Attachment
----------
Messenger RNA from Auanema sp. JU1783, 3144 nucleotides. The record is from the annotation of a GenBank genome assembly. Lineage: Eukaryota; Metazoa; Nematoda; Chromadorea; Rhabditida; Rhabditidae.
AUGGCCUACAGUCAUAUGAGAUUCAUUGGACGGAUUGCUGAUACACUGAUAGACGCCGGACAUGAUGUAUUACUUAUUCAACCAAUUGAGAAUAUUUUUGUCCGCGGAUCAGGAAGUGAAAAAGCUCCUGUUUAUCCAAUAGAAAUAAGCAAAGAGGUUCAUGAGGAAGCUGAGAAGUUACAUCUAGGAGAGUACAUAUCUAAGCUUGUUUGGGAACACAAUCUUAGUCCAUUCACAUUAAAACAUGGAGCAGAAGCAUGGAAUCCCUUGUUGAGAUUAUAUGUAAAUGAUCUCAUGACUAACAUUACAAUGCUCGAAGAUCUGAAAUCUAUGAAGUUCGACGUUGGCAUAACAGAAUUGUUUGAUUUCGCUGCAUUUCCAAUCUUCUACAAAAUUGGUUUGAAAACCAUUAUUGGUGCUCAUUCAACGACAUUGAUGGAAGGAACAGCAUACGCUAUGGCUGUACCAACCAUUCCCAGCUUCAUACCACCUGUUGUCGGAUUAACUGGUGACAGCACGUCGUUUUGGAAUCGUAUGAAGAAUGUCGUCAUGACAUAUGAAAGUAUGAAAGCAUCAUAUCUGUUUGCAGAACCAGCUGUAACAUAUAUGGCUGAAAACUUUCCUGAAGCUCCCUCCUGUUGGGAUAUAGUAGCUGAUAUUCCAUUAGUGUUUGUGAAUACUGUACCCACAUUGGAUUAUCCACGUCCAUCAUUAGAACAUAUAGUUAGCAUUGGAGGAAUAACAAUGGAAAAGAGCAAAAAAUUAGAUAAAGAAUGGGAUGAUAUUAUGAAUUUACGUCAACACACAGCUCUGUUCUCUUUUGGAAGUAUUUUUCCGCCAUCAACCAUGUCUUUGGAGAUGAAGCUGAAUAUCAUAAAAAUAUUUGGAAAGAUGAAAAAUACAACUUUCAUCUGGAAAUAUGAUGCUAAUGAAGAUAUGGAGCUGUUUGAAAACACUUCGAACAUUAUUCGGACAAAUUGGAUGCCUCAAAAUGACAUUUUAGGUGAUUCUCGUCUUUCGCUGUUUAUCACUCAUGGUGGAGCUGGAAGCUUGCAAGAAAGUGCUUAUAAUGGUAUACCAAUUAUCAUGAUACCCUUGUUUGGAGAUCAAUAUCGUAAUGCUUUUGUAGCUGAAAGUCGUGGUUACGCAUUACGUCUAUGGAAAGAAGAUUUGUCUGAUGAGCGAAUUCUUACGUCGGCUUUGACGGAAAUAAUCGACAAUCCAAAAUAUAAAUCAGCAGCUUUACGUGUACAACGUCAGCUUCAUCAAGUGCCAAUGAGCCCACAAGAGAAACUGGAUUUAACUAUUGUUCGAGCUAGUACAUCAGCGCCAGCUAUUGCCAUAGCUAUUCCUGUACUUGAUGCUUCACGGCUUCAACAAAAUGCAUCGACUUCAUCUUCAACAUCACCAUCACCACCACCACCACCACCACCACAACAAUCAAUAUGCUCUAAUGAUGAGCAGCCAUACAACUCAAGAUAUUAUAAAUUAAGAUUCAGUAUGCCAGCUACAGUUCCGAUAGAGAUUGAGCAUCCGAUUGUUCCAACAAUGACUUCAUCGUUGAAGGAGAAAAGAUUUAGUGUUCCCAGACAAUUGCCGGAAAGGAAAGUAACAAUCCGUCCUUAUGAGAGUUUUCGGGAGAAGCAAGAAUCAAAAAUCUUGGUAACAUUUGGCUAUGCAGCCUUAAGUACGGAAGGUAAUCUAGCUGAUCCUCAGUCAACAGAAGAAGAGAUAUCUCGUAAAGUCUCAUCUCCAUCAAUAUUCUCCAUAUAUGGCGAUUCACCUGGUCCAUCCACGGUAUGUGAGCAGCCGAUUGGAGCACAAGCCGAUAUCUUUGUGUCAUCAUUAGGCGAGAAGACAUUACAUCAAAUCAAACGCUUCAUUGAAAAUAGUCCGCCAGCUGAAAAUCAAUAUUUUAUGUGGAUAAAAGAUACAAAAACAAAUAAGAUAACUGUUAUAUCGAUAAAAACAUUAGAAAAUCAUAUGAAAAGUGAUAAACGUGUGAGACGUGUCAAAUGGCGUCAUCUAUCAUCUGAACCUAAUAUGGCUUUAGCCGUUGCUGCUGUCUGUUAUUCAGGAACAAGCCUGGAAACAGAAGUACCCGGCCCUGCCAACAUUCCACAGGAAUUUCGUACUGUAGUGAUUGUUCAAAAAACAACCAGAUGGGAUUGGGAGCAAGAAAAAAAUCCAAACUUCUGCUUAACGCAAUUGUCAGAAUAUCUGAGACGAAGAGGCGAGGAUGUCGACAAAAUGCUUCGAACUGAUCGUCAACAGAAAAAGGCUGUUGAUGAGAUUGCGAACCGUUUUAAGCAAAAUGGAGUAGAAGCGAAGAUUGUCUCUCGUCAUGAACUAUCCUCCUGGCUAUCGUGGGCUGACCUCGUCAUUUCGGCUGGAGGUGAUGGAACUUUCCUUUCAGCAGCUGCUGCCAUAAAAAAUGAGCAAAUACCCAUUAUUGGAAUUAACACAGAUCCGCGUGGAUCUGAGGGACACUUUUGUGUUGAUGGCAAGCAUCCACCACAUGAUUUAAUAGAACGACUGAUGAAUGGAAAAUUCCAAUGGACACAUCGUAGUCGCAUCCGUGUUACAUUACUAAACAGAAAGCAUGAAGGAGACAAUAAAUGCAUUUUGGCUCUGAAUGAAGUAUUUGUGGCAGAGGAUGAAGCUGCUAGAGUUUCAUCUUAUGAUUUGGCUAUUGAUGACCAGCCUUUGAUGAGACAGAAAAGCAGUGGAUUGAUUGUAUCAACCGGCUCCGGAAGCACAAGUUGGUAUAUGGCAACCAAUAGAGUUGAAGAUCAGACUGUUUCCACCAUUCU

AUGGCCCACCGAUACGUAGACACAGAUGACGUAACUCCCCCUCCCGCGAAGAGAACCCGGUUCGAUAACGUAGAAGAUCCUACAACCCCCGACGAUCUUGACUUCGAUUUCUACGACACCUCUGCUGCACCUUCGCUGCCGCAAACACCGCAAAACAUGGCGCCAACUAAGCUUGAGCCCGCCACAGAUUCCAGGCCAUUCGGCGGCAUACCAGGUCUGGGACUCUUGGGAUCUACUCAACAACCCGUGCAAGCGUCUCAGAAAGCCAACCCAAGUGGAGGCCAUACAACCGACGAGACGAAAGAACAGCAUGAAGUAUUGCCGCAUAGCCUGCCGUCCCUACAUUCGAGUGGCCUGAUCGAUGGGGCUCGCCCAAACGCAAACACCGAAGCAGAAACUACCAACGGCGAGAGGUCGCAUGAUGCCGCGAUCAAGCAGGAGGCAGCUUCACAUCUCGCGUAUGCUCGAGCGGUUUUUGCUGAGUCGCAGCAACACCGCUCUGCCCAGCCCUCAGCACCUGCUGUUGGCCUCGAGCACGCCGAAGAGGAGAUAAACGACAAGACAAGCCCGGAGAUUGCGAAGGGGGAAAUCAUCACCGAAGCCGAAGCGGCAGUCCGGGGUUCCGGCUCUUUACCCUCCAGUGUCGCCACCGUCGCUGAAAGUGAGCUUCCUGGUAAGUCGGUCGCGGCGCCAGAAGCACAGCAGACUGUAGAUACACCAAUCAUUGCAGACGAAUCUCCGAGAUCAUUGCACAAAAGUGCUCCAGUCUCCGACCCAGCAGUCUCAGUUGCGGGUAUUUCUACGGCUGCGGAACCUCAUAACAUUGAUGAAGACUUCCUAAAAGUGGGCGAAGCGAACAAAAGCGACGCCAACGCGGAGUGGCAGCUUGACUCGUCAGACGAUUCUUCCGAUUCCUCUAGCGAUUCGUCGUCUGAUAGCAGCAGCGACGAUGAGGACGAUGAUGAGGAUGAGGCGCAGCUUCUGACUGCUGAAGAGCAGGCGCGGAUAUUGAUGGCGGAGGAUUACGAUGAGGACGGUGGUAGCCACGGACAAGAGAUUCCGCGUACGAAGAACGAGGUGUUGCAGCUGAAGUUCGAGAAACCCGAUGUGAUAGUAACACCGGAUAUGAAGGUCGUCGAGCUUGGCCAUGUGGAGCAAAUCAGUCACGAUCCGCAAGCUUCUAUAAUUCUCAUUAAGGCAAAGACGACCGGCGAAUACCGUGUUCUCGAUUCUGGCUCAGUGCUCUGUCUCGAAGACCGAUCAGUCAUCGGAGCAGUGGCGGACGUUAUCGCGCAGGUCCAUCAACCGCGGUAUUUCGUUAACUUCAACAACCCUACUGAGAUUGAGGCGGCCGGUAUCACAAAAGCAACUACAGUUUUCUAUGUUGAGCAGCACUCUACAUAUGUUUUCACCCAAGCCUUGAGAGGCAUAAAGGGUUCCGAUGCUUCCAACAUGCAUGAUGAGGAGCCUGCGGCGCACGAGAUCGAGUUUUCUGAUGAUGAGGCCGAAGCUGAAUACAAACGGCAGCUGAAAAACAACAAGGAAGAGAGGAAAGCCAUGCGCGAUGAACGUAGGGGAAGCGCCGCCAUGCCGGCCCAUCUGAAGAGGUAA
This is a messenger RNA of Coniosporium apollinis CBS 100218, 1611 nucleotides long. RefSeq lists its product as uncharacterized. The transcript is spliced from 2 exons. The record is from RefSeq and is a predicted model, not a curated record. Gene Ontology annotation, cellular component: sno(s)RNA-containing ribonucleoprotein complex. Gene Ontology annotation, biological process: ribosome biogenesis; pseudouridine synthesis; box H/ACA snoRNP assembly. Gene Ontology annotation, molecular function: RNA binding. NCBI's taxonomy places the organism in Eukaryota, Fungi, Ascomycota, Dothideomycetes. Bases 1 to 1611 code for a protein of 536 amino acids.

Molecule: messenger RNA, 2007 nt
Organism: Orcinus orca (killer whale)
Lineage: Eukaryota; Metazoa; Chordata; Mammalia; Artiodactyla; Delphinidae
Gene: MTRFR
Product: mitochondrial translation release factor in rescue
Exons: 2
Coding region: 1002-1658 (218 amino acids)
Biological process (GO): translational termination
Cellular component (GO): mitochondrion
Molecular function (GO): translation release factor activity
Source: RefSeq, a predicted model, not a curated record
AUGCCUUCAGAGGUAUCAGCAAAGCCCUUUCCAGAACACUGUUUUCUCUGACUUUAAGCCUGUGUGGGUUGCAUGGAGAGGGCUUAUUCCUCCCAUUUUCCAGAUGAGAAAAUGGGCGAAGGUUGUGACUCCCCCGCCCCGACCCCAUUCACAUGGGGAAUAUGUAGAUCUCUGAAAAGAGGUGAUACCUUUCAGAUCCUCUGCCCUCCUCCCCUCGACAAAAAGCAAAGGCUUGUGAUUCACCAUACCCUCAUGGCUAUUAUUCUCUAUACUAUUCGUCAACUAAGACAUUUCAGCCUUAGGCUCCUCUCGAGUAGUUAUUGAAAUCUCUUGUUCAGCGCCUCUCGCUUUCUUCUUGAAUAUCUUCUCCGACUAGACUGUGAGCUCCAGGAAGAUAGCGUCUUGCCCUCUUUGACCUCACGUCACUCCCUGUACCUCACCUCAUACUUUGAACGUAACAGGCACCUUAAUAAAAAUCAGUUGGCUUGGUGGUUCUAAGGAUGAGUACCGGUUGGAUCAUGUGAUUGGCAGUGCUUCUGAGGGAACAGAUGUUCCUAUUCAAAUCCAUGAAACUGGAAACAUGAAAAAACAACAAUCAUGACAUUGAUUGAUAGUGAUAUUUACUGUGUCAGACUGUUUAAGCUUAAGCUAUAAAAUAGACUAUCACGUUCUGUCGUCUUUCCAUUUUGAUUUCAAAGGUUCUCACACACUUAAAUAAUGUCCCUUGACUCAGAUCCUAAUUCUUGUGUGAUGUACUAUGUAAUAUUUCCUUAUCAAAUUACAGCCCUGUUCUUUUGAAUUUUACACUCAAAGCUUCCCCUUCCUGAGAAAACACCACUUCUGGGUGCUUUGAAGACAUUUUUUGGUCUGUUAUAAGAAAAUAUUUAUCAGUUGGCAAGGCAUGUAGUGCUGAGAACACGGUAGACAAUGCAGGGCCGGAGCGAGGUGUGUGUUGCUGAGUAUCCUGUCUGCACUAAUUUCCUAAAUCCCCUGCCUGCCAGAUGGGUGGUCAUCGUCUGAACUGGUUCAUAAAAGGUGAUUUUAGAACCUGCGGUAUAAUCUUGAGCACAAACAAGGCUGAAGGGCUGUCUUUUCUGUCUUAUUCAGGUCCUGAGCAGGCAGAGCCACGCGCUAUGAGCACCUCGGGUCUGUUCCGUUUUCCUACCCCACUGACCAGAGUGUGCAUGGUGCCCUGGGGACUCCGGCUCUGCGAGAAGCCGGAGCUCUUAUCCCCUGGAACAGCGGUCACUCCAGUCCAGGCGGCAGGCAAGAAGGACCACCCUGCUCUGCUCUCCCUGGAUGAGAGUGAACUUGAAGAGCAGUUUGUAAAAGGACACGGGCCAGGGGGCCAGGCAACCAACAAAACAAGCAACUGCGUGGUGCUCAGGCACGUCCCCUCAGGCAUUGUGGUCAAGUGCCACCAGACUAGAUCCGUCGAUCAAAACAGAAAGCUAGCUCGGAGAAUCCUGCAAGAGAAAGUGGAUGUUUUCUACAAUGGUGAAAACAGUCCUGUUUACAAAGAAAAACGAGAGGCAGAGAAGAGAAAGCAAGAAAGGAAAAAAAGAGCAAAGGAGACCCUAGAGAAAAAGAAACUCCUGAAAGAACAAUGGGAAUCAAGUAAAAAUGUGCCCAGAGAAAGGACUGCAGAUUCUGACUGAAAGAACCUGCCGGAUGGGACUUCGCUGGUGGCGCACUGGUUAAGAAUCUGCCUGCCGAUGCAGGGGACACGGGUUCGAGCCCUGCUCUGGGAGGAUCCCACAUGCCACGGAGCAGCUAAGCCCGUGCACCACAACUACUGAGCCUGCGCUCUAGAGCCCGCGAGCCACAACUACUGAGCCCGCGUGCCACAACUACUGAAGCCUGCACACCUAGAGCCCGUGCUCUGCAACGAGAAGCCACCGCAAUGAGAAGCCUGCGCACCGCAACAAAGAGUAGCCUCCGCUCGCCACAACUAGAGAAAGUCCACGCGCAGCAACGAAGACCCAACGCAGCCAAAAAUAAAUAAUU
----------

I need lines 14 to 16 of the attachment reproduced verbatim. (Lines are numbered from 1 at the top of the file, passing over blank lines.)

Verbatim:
Molecular function (GO): translation release factor activity
Source: RefSeq, a predicted model, not a curated record
AUGCCUUCAGAGGUAUCAGCAAAGCCCUUUCCAGAACACUGUUUUCUCUGACUUUAAGCCUGUGUGGGUUGCAUGGAGAGGGCUUAUUCCUCCCAUUUUCCAGAUGAGAAAAUGGGCGAAGGUUGUGACUCCCCCGCCCCGACCCCAUUCACAUGGGGAAUAUGUAGAUCUCUGAAAAGAGGUGAUACCUUUCAGAUCCUCUGCCCUCCUCCCCUCGACAAAAAGCAAAGGCUUGUGAUUCACCAUACCCUCAUGGCUAUUAUUCUCUAUACUAUUCGUCAACUAAGACAUUUCAGCCUUAGGCUCCUCUCGAGUAGUUAUUGAAAUCUCUUGUUCAGCGCCUCUCGCUUUCUUCUUGAAUAUCUUCUCCGACUAGACUGUGAGCUCCAGGAAGAUAGCGUCUUGCCCUCUUUGACCUCACGUCACUCCCUGUACCUCACCUCAUACUUUGAACGUAACAGGCACCUUAAUAAAAAUCAGUUGGCUUGGUGGUUCUAAGGAUGAGUACCGGUUGGAUCAUGUGAUUGGCAGUGCUUCUGAGGGAACAGAUGUUCCUAUUCAAAUCCAUGAAACUGGAAACAUGAAAAAACAACAAUCAUGACAUUGAUUGAUAGUGAUAUUUACUGUGUCAGACUGUUUAAGCUUAAGCUAUAAAAUAGACUAUCACGUUCUGUCGUCUUUCCAUUUUGAUUUCAAAGGUUCUCACACACUUAAAUAAUGUCCCUUGACUCAGAUCCUAAUUCUUGUGUGAUGUACUAUGUAAUAUUUCCUUAUCAAAUUACAGCCCUGUUCUUUUGAAUUUUACACUCAAAGCUUCCCCUUCCUGAGAAAACACCACUUCUGGGUGCUUUGAAGACAUUUUUUGGUCUGUUAUAAGAAAAUAUUUAUCAGUUGGCAAGGCAUGUAGUGCUGAGAACACGGUAGACAAUGCAGGGCCGGAGCGAGGUGUGUGUUGCUGAGUAUCCUGUCUGCACUAAUUUCCUAAAUCCCCUGCCUGCCAGAUGGGUGGUCAUCGUCUGAACUGGUUCAUAAAAGGUGAUUUUAGAACCUGCGGUAUAAUCUUGAGCACAAACAAGGCUGAAGGGCUGUCUUUUCUGUCUUAUUCAGGUCCUGAGCAGGCAGAGCCACGCGCUAUGAGCACCUCGGGUCUGUUCCGUUUUCCUACCCCACUGACCAGAGUGUGCAUGGUGCCCUGGGGACUCCGGCUCUGCGAGAAGCCGGAGCUCUUAUCCCCUGGAACAGCGGUCACUCCAGUCCAGGCGGCAGGCAAGAAGGACCACCCUGCUCUGCUCUCCCUGGAUGAGAGUGAACUUGAAGAGCAGUUUGUAAAAGGACACGGGCCAGGGGGCCAGGCAACCAACAAAACAAGCAACUGCGUGGUGCUCAGGCACGUCCCCUCAGGCAUUGUGGUCAAGUGCCACCAGACUAGAUCCGUCGAUCAAAACAGAAAGCUAGCUCGGAGAAUCCUGCAAGAGAAAGUGGAUGUUUUCUACAAUGGUGAAAACAGUCCUGUUUACAAAGAAAAACGAGAGGCAGAGAAGAGAAAGCAAGAAAGGAAAAAAAGAGCAAAGGAGACCCUAGAGAAAAAGAAACUCCUGAAAGAACAAUGGGAAUCAAGUAAAAAUGUGCCCAGAGAAAGGACUGCAGAUUCUGACUGAAAGAACCUGCCGGAUGGGACUUCGCUGGUGGCGCACUGGUUAAGAAUCUGCCUGCCGAUGCAGGGGACACGGGUUCGAGCCCUGCUCUGGGAGGAUCCCACAUGCCACGGAGCAGCUAAGCCCGUGCACCACAACUACUGAGCCUGCGCUCUAGAGCCCGCGAGCCACAACUACUGAGCCCGCGUGCCACAACUACUGAAGCCUGCACACCUAGAGCCCGUGCUCUGCAACGAGAAGCCACCGCAAUGAGAAGCCUGCGCACCGCAACAAAGAGUAGCCUCCGCUCGCCACAACUAGAGAAAGUCCACGCGCAGCAACGAAGACCCAACGCAGCCAAAAAUAAAUAAUU